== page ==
"The Tightening Web!"
Story by Cary Burkett
Art by Jose Delbo & Joe Giella

Rotting in a stinking cell for at least ten minutes, Babs Gordon gets some good news: thanks to the fact that she's an ex-politician and the daughter of a police commissioner, bail has been granted and she is remanded to the custody of her Pop. Knowing that, if she sees trial, she'll have to spill her guts on what she does to get her kit off at night or face perjury charges, Babs gets into her tight spandex and swings over to assistant D.A. Dover's office to listen in on some secret conversations. Babs learns that the prosecution has gotten hold of a document with Barbara Gordon's signature, an order for the same poison that killed Congressman Scanlon. The only way Ms. Gordon's sig could be on that paper is if her personal assistant, Doreen Gray, snuck into a pile of Babs's personal correspondence! Batgirl wings her way over to Doreen's flat, just as the woman is having a conversation with her blackmailer. Doreen explains to Batgirl that her brother is in prison and if she frames Barbara Gordon, the man will go free. Just then, three goons enter the apartment, clock Batgirl, and kidnap both women.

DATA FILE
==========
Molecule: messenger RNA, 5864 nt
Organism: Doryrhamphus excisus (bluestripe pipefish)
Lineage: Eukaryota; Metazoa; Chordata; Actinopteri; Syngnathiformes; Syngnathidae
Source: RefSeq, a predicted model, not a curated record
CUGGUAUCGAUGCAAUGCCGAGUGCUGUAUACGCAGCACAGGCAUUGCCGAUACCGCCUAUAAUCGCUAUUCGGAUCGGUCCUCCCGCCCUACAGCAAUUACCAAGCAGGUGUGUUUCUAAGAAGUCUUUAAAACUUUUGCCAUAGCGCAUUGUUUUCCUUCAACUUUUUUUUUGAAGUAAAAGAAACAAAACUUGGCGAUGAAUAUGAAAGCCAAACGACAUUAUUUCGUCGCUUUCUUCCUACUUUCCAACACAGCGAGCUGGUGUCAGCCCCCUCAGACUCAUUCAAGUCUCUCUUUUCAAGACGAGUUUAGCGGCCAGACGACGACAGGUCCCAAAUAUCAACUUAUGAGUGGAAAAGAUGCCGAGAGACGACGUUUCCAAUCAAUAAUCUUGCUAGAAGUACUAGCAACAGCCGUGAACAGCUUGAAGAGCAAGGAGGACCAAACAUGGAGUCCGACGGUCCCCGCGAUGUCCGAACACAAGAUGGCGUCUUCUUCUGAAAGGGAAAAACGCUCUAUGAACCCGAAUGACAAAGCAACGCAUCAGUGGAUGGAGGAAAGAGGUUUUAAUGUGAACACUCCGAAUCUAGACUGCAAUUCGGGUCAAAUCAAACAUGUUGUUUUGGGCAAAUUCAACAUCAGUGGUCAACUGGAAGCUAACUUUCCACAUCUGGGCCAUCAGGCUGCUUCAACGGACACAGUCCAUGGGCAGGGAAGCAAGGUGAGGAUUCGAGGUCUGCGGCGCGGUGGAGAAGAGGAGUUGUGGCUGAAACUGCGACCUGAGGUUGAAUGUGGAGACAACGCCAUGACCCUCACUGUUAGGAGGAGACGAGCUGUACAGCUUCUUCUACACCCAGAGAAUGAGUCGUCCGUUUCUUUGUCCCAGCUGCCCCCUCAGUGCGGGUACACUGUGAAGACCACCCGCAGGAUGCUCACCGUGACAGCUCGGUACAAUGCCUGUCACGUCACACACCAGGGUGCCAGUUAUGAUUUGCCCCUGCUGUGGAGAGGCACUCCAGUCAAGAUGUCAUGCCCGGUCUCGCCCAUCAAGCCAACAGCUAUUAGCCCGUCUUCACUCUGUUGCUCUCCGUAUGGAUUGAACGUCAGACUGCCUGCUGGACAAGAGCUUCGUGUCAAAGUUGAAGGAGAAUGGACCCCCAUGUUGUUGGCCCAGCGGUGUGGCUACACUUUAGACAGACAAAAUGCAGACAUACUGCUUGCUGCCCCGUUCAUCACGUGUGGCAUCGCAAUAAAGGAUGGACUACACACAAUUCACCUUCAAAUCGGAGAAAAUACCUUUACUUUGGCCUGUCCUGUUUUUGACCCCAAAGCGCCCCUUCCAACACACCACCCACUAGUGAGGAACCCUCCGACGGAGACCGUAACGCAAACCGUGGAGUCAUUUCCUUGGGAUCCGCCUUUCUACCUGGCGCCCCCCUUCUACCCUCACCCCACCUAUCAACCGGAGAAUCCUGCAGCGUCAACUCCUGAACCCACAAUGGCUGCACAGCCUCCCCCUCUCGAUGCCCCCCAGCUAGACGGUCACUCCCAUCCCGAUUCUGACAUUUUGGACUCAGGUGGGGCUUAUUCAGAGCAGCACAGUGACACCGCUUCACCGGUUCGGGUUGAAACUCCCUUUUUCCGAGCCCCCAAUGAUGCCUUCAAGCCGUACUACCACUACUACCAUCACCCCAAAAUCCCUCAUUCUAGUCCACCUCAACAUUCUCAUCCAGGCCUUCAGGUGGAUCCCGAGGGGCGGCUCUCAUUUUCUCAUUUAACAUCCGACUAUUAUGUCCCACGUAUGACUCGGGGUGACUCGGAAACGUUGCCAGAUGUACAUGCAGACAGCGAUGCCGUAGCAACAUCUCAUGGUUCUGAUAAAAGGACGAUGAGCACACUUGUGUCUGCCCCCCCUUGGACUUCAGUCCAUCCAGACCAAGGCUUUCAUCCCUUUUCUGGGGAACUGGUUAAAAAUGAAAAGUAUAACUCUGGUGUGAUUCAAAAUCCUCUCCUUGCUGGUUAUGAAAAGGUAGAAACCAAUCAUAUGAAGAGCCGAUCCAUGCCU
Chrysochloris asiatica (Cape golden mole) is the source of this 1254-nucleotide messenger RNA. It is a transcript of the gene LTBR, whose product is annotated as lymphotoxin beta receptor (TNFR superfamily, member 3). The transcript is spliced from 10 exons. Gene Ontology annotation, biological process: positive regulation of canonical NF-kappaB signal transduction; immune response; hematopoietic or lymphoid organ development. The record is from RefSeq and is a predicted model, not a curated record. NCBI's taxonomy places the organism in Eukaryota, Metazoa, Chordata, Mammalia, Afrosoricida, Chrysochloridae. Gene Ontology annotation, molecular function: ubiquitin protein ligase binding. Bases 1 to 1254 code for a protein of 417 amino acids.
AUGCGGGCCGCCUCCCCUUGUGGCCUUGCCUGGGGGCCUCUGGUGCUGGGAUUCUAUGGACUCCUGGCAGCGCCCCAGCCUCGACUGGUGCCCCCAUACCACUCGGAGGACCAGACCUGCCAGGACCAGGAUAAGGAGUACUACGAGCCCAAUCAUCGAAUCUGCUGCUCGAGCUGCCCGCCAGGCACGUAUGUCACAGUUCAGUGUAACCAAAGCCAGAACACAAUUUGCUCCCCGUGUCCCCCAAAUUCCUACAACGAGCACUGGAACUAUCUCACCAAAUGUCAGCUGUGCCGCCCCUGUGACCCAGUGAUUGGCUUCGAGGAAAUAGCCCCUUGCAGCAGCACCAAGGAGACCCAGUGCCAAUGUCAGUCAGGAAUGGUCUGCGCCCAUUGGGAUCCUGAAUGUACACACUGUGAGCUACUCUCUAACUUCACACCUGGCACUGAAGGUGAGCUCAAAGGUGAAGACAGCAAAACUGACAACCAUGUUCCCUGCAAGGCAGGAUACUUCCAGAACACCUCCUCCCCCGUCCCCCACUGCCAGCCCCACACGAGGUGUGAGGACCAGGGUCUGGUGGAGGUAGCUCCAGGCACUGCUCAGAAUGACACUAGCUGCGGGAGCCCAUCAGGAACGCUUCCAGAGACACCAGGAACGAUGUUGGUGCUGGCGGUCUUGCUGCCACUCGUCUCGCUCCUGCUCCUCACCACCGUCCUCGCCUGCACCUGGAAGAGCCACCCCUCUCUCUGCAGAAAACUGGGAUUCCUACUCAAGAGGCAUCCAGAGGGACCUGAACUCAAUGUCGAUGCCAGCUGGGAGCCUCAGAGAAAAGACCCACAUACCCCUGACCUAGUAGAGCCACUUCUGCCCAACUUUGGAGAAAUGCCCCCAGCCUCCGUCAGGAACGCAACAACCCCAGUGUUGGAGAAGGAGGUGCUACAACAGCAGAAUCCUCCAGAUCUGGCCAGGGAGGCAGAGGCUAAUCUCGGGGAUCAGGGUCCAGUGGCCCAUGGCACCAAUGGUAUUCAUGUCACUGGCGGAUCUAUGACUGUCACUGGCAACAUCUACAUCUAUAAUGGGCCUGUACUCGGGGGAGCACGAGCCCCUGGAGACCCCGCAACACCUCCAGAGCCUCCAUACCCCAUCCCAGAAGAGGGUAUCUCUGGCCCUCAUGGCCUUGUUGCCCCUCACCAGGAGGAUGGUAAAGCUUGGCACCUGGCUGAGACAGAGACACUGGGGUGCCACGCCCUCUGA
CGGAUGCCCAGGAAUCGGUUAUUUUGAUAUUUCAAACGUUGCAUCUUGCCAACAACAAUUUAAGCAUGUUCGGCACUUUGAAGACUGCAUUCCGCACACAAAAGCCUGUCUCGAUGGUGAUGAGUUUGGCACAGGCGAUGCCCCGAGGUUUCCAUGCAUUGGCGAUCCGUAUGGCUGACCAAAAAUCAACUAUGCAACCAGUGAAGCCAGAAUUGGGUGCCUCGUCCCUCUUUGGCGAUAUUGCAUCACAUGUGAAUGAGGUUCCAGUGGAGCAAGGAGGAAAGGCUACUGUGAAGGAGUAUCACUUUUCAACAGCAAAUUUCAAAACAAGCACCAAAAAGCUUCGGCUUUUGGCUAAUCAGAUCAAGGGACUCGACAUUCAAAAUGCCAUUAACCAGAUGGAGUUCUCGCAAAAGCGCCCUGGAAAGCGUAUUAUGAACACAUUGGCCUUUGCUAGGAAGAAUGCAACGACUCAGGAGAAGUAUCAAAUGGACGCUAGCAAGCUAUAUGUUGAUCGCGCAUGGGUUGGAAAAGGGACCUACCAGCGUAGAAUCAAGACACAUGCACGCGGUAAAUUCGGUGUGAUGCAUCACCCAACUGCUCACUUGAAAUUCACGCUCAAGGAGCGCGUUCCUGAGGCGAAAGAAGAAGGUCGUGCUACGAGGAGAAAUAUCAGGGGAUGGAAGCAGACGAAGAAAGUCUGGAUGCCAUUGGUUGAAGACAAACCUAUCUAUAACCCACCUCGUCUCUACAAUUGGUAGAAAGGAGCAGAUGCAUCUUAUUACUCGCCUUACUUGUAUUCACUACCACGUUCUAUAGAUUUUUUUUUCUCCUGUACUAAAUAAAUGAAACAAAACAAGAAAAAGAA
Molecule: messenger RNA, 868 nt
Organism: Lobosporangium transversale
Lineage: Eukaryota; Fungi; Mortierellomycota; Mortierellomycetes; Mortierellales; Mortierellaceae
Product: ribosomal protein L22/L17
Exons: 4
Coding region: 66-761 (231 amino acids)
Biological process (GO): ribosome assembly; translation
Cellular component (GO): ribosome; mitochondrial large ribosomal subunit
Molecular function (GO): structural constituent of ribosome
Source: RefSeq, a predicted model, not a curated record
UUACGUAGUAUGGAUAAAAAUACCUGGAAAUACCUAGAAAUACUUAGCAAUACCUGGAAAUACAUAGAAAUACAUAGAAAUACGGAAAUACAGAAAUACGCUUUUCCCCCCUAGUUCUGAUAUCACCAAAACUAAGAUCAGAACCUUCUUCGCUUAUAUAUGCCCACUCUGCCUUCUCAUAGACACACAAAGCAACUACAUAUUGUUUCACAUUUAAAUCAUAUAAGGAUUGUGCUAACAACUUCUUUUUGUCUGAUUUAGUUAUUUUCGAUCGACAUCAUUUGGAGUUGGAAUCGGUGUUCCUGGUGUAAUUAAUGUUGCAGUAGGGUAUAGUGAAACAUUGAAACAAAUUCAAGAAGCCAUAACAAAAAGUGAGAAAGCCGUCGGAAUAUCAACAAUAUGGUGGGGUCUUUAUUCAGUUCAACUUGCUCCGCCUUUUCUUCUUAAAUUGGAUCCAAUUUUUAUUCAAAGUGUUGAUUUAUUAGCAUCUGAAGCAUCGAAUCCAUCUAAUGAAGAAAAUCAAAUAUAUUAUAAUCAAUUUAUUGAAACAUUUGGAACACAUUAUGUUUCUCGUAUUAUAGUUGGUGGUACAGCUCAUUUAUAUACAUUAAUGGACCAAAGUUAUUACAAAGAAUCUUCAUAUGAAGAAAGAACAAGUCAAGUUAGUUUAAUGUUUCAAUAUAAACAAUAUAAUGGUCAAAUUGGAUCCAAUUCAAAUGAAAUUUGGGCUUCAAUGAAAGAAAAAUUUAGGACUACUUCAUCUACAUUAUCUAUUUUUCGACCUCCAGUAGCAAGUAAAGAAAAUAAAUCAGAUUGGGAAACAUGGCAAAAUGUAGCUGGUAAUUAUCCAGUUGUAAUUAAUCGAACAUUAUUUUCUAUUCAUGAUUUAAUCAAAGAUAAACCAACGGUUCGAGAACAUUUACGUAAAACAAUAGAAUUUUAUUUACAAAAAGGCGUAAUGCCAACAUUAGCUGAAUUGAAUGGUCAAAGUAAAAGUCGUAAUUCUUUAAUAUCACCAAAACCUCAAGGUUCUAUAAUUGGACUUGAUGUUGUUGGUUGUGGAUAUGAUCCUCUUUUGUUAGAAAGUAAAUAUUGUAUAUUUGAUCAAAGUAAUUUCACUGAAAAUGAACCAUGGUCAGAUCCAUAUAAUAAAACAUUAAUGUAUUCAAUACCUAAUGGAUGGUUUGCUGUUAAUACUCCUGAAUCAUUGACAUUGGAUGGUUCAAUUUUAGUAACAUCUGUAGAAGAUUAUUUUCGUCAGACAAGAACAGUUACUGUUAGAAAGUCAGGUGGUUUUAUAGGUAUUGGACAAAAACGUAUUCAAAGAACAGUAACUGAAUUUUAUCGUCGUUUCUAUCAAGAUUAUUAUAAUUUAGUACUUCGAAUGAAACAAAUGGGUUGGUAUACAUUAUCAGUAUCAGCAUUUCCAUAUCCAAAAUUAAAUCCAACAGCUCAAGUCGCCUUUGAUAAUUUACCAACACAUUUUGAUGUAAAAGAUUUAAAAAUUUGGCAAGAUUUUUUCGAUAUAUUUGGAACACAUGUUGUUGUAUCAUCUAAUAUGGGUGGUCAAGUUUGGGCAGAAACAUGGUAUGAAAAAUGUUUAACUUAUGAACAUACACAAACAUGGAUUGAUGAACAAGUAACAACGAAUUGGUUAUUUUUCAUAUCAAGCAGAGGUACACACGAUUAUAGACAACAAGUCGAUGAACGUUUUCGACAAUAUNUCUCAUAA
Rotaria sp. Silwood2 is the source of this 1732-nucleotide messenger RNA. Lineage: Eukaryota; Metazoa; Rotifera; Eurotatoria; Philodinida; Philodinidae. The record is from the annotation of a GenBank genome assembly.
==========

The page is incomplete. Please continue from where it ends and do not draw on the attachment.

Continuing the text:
Peter: "The Tightening Web" is the exact opposite of "Night of the Savage": an enjoyable (though, admittedly, 100% predictable) story with barely professional graphics. This whole "Babs Gordon: Murderess" arc is a nod to 1940s crime radio dramas (at least, I think it is), with pertinent plot points being delivered at just the right moments and peril popping up approximately every three minutes. I'm certainly not saying that this Batgirl strip is award-worthy, but it's readable and, compared to the tripe being foisted in the Batman title, pleasurable.

Jack: Again, we disagree! I thought this was bottom-of-the barrel stuff, not just in terms of the art. Delbo and Giella's work recalls the worst of Heck and Calnan and I could not work up the slightest interest in the story. And I like Batgirl!

Batman #331

"Closed Circuit!"
Story by Marv Wolfman & Michael Fleisher
Art by Irv Novick & Frank McLaughlin